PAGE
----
Dotson trails by 1,000 votes in Inglewood council race

By Emilie St. John

Contributing Writer

INGLEWOOD — Gloria Gray appears headed toward a seat on the Inglewood City Council after defeating incumbent George Dotson in the District 1 runoff election March 7.

Gray, a member of the West Basin Municipal Water District Board of Directors, holds almost a 1,000-vote lead over Dotson, according to the most recent vote count by the Los Angeles County registrar of Voters. Another vote upcount will be announced March 17.

As of March 10, Gray had 1,900 votes, compared to Dotson’s 975.

 continues to maintain the lead over Inglewood Councilman George Dotson.

“There is a new day in Inglewood,” said Marvin McCoy, a longtime resident and regular attendee of the weekly City Council meetings. “Gloria Gray has a mandate that the people want a voice on the city council.”

This is another major defeat to Inglewood Mayor James T. Butts Jr., who narrowly avoided a runoff last November when his popularity plummeted from over 80% of the vote in 2017 to 54%. The other significant loss was in the 2021 special election when Measure I was defeated, which was due to bring in an additional $4 million in revenue from increased real estate transfer taxes which voters rejected.

Dotson has been under scrutiny since taking office in 2013 after Butts pledged financial support in his campaign to oust then-incumbent Mike Stevens.

Many residents have expressed unhappiness with the way the city is being run under the heavy hand of Butts that results in minimal input from residents, something that Gray pledged to address while campaigning.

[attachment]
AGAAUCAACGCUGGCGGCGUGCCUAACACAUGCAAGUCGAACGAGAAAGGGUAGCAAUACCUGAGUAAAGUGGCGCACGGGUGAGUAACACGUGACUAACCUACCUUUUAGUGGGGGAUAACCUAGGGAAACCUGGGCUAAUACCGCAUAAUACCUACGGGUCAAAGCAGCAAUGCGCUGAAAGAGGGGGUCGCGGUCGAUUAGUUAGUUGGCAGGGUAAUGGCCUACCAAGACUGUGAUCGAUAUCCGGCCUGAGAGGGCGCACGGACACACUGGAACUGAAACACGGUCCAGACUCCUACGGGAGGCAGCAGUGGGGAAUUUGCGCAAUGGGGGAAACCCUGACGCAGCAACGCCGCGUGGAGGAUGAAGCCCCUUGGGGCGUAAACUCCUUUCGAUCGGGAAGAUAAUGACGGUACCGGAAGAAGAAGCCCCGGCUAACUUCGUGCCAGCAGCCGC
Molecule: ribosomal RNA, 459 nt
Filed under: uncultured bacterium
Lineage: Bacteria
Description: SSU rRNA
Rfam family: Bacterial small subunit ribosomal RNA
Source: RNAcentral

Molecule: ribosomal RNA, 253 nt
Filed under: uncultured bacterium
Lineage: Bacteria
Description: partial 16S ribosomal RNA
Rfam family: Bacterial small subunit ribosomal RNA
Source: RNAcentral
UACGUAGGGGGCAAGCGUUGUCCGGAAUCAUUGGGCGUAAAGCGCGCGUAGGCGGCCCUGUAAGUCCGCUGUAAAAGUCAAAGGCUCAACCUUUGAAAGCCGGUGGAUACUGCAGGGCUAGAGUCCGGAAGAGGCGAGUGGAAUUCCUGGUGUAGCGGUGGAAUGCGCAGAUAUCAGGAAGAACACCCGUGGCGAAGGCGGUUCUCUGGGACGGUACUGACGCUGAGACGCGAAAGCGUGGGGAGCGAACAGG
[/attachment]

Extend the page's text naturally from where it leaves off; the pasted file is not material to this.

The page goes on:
“I want to make sure we have an open government, making sure City Hall is available to the residents and transparency is very important and to do that you have to be able to participate with the decision-making process,” Gray said.

District 1 includes many high-profile assets including the Kia Forum, Inglewood Park Cemetery, and borders SoFi Stadium and the Hollywood Park Casino.

The biggest thorn in the resident’s side is the parking and traffic congestion issues generated by the city’s sports and entertainment district.

The city implemented a citywide permit parking program that charges residents, particularly those living in District 1, upwards of $100 to park their cars in front of their homes

Gray has served on the West Basin Municipal Water District board since 2006. Prior to that she served on the Inglewood school board.

Dotson has served two terms on the City Council. Prior to that, he served as a planning commissioner for 20 years, and was on the Parking & Traffic Commission for five years before that.

He also was a small business owner.

Emilie St. John is a freelance journalist covering the areas of Carson, Compton, Inglewood and Willowbrook. Send tips to her at

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